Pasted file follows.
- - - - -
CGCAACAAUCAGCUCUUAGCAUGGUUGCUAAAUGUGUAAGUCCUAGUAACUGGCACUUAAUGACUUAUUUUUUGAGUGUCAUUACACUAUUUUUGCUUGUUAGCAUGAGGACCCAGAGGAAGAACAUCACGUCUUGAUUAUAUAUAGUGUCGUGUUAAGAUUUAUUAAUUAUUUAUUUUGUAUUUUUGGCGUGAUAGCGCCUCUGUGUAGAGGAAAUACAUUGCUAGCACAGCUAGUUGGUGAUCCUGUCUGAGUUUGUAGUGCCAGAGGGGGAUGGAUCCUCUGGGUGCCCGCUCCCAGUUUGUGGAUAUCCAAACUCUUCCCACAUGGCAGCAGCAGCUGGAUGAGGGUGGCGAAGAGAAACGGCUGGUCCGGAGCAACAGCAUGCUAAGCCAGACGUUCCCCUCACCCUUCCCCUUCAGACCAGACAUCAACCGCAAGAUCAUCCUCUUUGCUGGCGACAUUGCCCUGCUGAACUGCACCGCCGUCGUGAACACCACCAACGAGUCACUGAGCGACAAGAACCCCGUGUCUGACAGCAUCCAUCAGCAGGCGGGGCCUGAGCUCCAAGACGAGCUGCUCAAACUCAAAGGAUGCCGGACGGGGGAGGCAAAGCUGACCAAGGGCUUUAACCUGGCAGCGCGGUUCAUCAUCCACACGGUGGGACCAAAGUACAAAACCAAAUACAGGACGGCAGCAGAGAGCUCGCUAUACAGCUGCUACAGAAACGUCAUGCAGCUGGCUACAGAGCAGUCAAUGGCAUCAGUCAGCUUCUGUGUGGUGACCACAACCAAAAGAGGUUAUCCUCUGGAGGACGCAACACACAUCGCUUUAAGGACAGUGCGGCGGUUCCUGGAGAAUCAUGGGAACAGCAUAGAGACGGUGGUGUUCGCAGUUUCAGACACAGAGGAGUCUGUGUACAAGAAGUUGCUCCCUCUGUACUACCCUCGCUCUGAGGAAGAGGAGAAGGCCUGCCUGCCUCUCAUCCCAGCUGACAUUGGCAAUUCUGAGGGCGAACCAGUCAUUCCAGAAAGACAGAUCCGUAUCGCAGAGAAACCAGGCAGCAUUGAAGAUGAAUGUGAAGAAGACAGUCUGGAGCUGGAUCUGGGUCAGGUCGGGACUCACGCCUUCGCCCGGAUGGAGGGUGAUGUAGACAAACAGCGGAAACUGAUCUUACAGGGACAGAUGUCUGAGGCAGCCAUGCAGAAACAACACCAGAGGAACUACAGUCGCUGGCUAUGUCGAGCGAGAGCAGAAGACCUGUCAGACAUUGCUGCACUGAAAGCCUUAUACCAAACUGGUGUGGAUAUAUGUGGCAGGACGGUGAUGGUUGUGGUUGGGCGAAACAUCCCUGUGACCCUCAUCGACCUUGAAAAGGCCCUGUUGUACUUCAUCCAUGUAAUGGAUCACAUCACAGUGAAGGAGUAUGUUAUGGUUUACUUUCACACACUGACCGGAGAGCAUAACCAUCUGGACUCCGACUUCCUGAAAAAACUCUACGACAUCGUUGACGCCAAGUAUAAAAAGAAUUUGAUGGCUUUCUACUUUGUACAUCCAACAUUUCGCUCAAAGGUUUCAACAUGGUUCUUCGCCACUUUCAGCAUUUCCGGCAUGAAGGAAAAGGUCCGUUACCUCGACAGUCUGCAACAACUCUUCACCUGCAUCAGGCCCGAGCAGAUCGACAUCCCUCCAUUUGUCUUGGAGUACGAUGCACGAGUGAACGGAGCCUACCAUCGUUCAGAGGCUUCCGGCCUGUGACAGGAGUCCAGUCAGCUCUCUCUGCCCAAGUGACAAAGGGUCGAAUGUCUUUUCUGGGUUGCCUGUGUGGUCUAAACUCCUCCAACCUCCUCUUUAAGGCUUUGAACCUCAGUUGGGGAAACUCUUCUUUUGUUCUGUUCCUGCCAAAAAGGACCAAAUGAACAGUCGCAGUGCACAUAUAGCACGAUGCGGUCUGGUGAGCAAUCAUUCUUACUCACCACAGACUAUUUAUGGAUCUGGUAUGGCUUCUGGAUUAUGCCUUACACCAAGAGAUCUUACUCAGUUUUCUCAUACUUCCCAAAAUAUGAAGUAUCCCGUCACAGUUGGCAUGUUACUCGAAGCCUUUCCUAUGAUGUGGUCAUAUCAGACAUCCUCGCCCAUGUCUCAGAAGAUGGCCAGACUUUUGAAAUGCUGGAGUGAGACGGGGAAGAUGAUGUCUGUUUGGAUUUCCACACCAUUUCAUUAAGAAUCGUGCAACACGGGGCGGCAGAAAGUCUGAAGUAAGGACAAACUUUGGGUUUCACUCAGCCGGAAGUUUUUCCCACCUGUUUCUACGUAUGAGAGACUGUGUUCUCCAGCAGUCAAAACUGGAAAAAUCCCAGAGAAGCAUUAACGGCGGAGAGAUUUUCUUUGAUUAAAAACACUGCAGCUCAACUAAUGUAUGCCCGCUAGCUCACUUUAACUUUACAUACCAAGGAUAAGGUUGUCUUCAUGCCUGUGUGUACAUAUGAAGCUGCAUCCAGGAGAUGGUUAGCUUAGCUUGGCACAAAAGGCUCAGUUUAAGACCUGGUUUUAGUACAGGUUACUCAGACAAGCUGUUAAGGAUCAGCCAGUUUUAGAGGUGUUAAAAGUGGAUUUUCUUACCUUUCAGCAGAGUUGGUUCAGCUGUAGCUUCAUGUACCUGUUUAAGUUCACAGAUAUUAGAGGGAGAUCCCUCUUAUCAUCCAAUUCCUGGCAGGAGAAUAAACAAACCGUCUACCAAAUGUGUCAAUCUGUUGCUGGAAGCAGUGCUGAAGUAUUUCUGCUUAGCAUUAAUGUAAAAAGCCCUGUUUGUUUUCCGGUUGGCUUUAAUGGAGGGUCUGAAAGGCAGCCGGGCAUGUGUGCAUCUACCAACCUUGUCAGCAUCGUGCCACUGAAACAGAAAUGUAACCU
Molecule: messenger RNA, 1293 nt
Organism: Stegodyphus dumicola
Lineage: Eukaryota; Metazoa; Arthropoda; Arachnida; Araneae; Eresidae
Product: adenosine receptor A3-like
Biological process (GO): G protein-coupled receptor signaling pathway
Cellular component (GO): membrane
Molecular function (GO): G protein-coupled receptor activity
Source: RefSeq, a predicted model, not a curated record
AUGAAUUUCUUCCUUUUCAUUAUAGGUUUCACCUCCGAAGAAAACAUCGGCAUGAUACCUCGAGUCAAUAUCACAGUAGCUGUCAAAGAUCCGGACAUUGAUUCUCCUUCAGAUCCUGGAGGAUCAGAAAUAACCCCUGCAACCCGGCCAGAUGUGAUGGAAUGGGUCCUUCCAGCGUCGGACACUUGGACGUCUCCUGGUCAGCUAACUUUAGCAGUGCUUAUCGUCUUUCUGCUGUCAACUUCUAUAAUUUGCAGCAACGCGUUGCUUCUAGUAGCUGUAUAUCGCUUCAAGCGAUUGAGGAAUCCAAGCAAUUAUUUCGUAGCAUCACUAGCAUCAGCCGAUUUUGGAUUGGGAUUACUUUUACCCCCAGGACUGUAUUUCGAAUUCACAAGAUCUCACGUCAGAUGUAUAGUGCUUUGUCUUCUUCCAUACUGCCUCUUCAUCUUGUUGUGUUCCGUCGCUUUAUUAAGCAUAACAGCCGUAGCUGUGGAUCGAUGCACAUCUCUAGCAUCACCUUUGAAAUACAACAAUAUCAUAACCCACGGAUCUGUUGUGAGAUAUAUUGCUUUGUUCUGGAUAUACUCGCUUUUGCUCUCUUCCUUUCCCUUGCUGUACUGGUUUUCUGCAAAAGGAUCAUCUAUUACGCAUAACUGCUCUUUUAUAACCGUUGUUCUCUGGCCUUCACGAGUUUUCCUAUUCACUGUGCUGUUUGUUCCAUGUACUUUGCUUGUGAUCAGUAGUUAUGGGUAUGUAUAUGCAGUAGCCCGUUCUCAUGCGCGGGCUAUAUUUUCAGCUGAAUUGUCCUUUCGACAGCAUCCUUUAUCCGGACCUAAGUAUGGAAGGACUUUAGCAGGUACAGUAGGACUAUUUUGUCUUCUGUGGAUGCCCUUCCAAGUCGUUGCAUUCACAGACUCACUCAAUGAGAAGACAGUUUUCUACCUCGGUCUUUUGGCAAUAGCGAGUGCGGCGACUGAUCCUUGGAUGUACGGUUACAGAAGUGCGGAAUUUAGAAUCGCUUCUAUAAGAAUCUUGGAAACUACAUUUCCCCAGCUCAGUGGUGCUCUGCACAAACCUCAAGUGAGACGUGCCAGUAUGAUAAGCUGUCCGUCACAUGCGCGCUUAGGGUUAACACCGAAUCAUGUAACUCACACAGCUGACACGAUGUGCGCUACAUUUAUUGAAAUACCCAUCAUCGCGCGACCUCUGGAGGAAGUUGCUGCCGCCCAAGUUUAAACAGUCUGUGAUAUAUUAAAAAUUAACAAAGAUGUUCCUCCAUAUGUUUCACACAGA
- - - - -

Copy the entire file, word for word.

CGCAACAAUCAGCUCUUAGCAUGGUUGCUAAAUGUGUAAGUCCUAGUAACUGGCACUUAAUGACUUAUUUUUUGAGUGUCAUUACACUAUUUUUGCUUGUUAGCAUGAGGACCCAGAGGAAGAACAUCACGUCUUGAUUAUAUAUAGUGUCGUGUUAAGAUUUAUUAAUUAUUUAUUUUGUAUUUUUGGCGUGAUAGCGCCUCUGUGUAGAGGAAAUACAUUGCUAGCACAGCUAGUUGGUGAUCCUGUCUGAGUUUGUAGUGCCAGAGGGGGAUGGAUCCUCUGGGUGCCCGCUCCCAGUUUGUGGAUAUCCAAACUCUUCCCACAUGGCAGCAGCAGCUGGAUGAGGGUGGCGAAGAGAAACGGCUGGUCCGGAGCAACAGCAUGCUAAGCCAGACGUUCCCCUCACCCUUCCCCUUCAGACCAGACAUCAACCGCAAGAUCAUCCUCUUUGCUGGCGACAUUGCCCUGCUGAACUGCACCGCCGUCGUGAACACCACCAACGAGUCACUGAGCGACAAGAACCCCGUGUCUGACAGCAUCCAUCAGCAGGCGGGGCCUGAGCUCCAAGACGAGCUGCUCAAACUCAAAGGAUGCCGGACGGGGGAGGCAAAGCUGACCAAGGGCUUUAACCUGGCAGCGCGGUUCAUCAUCCACACGGUGGGACCAAAGUACAAAACCAAAUACAGGACGGCAGCAGAGAGCUCGCUAUACAGCUGCUACAGAAACGUCAUGCAGCUGGCUACAGAGCAGUCAAUGGCAUCAGUCAGCUUCUGUGUGGUGACCACAACCAAAAGAGGUUAUCCUCUGGAGGACGCAACACACAUCGCUUUAAGGACAGUGCGGCGGUUCCUGGAGAAUCAUGGGAACAGCAUAGAGACGGUGGUGUUCGCAGUUUCAGACACAGAGGAGUCUGUGUACAAGAAGUUGCUCCCUCUGUACUACCCUCGCUCUGAGGAAGAGGAGAAGGCCUGCCUGCCUCUCAUCCCAGCUGACAUUGGCAAUUCUGAGGGCGAACCAGUCAUUCCAGAAAGACAGAUCCGUAUCGCAGAGAAACCAGGCAGCAUUGAAGAUGAAUGUGAAGAAGACAGUCUGGAGCUGGAUCUGGGUCAGGUCGGGACUCACGCCUUCGCCCGGAUGGAGGGUGAUGUAGACAAACAGCGGAAACUGAUCUUACAGGGACAGAUGUCUGAGGCAGCCAUGCAGAAACAACACCAGAGGAACUACAGUCGCUGGCUAUGUCGAGCGAGAGCAGAAGACCUGUCAGACAUUGCUGCACUGAAAGCCUUAUACCAAACUGGUGUGGAUAUAUGUGGCAGGACGGUGAUGGUUGUGGUUGGGCGAAACAUCCCUGUGACCCUCAUCGACCUUGAAAAGGCCCUGUUGUACUUCAUCCAUGUAAUGGAUCACAUCACAGUGAAGGAGUAUGUUAUGGUUUACUUUCACACACUGACCGGAGAGCAUAACCAUCUGGACUCCGACUUCCUGAAAAAACUCUACGACAUCGUUGACGCCAAGUAUAAAAAGAAUUUGAUGGCUUUCUACUUUGUACAUCCAACAUUUCGCUCAAAGGUUUCAACAUGGUUCUUCGCCACUUUCAGCAUUUCCGGCAUGAAGGAAAAGGUCCGUUACCUCGACAGUCUGCAACAACUCUUCACCUGCAUCAGGCCCGAGCAGAUCGACAUCCCUCCAUUUGUCUUGGAGUACGAUGCACGAGUGAACGGAGCCUACCAUCGUUCAGAGGCUUCCGGCCUGUGACAGGAGUCCAGUCAGCUCUCUCUGCCCAAGUGACAAAGGGUCGAAUGUCUUUUCUGGGUUGCCUGUGUGGUCUAAACUCCUCCAACCUCCUCUUUAAGGCUUUGAACCUCAGUUGGGGAAACUCUUCUUUUGUUCUGUUCCUGCCAAAAAGGACCAAAUGAACAGUCGCAGUGCACAUAUAGCACGAUGCGGUCUGGUGAGCAAUCAUUCUUACUCACCACAGACUAUUUAUGGAUCUGGUAUGGCUUCUGGAUUAUGCCUUACACCAAGAGAUCUUACUCAGUUUUCUCAUACUUCCCAAAAUAUGAAGUAUCCCGUCACAGUUGGCAUGUUACUCGAAGCCUUUCCUAUGAUGUGGUCAUAUCAGACAUCCUCGCCCAUGUCUCAGAAGAUGGCCAGACUUUUGAAAUGCUGGAGUGAGACGGGGAAGAUGAUGUCUGUUUGGAUUUCCACACCAUUUCAUUAAGAAUCGUGCAACACGGGGCGGCAGAAAGUCUGAAGUAAGGACAAACUUUGGGUUUCACUCAGCCGGAAGUUUUUCCCACCUGUUUCUACGUAUGAGAGACUGUGUUCUCCAGCAGUCAAAACUGGAAAAAUCCCAGAGAAGCAUUAACGGCGGAGAGAUUUUCUUUGAUUAAAAACACUGCAGCUCAACUAAUGUAUGCCCGCUAGCUCACUUUAACUUUACAUACCAAGGAUAAGGUUGUCUUCAUGCCUGUGUGUACAUAUGAAGCUGCAUCCAGGAGAUGGUUAGCUUAGCUUGGCACAAAAGGCUCAGUUUAAGACCUGGUUUUAGUACAGGUUACUCAGACAAGCUGUUAAGGAUCAGCCAGUUUUAGAGGUGUUAAAAGUGGAUUUUCUUACCUUUCAGCAGAGUUGGUUCAGCUGUAGCUUCAUGUACCUGUUUAAGUUCACAGAUAUUAGAGGGAGAUCCCUCUUAUCAUCCAAUUCCUGGCAGGAGAAUAAACAAACCGUCUACCAAAUGUGUCAAUCUGUUGCUGGAAGCAGUGCUGAAGUAUUUCUGCUUAGCAUUAAUGUAAAAAGCCCUGUUUGUUUUCCGGUUGGCUUUAAUGGAGGGUCUGAAAGGCAGCCGGGCAUGUGUGCAUCUACCAACCUUGUCAGCAUCGUGCCACUGAAACAGAAAUGUAACCU
Molecule: messenger RNA, 1293 nt
Organism: Stegodyphus dumicola
Lineage: Eukaryota; Metazoa; Arthropoda; Arachnida; Araneae; Eresidae
Product: adenosine receptor A3-like
Biological process (GO): G protein-coupled receptor signaling pathway
Cellular component (GO): membrane
Molecular function (GO): G protein-coupled receptor activity
Source: RefSeq, a predicted model, not a curated record
AUGAAUUUCUUCCUUUUCAUUAUAGGUUUCACCUCCGAAGAAAACAUCGGCAUGAUACCUCGAGUCAAUAUCACAGUAGCUGUCAAAGAUCCGGACAUUGAUUCUCCUUCAGAUCCUGGAGGAUCAGAAAUAACCCCUGCAACCCGGCCAGAUGUGAUGGAAUGGGUCCUUCCAGCGUCGGACACUUGGACGUCUCCUGGUCAGCUAACUUUAGCAGUGCUUAUCGUCUUUCUGCUGUCAACUUCUAUAAUUUGCAGCAACGCGUUGCUUCUAGUAGCUGUAUAUCGCUUCAAGCGAUUGAGGAAUCCAAGCAAUUAUUUCGUAGCAUCACUAGCAUCAGCCGAUUUUGGAUUGGGAUUACUUUUACCCCCAGGACUGUAUUUCGAAUUCACAAGAUCUCACGUCAGAUGUAUAGUGCUUUGUCUUCUUCCAUACUGCCUCUUCAUCUUGUUGUGUUCCGUCGCUUUAUUAAGCAUAACAGCCGUAGCUGUGGAUCGAUGCACAUCUCUAGCAUCACCUUUGAAAUACAACAAUAUCAUAACCCACGGAUCUGUUGUGAGAUAUAUUGCUUUGUUCUGGAUAUACUCGCUUUUGCUCUCUUCCUUUCCCUUGCUGUACUGGUUUUCUGCAAAAGGAUCAUCUAUUACGCAUAACUGCUCUUUUAUAACCGUUGUUCUCUGGCCUUCACGAGUUUUCCUAUUCACUGUGCUGUUUGUUCCAUGUACUUUGCUUGUGAUCAGUAGUUAUGGGUAUGUAUAUGCAGUAGCCCGUUCUCAUGCGCGGGCUAUAUUUUCAGCUGAAUUGUCCUUUCGACAGCAUCCUUUAUCCGGACCUAAGUAUGGAAGGACUUUAGCAGGUACAGUAGGACUAUUUUGUCUUCUGUGGAUGCCCUUCCAAGUCGUUGCAUUCACAGACUCACUCAAUGAGAAGACAGUUUUCUACCUCGGUCUUUUGGCAAUAGCGAGUGCGGCGACUGAUCCUUGGAUGUACGGUUACAGAAGUGCGGAAUUUAGAAUCGCUUCUAUAAGAAUCUUGGAAACUACAUUUCCCCAGCUCAGUGGUGCUCUGCACAAACCUCAAGUGAGACGUGCCAGUAUGAUAAGCUGUCCGUCACAUGCGCGCUUAGGGUUAACACCGAAUCAUGUAACUCACACAGCUGACACGAUGUGCGCUACAUUUAUUGAAAUACCCAUCAUCGCGCGACCUCUGGAGGAAGUUGCUGCCGCCCAAGUUUAAACAGUCUGUGAUAUAUUAAAAAUUAACAAAGAUGUUCCUCCAUAUGUUUCACACAGA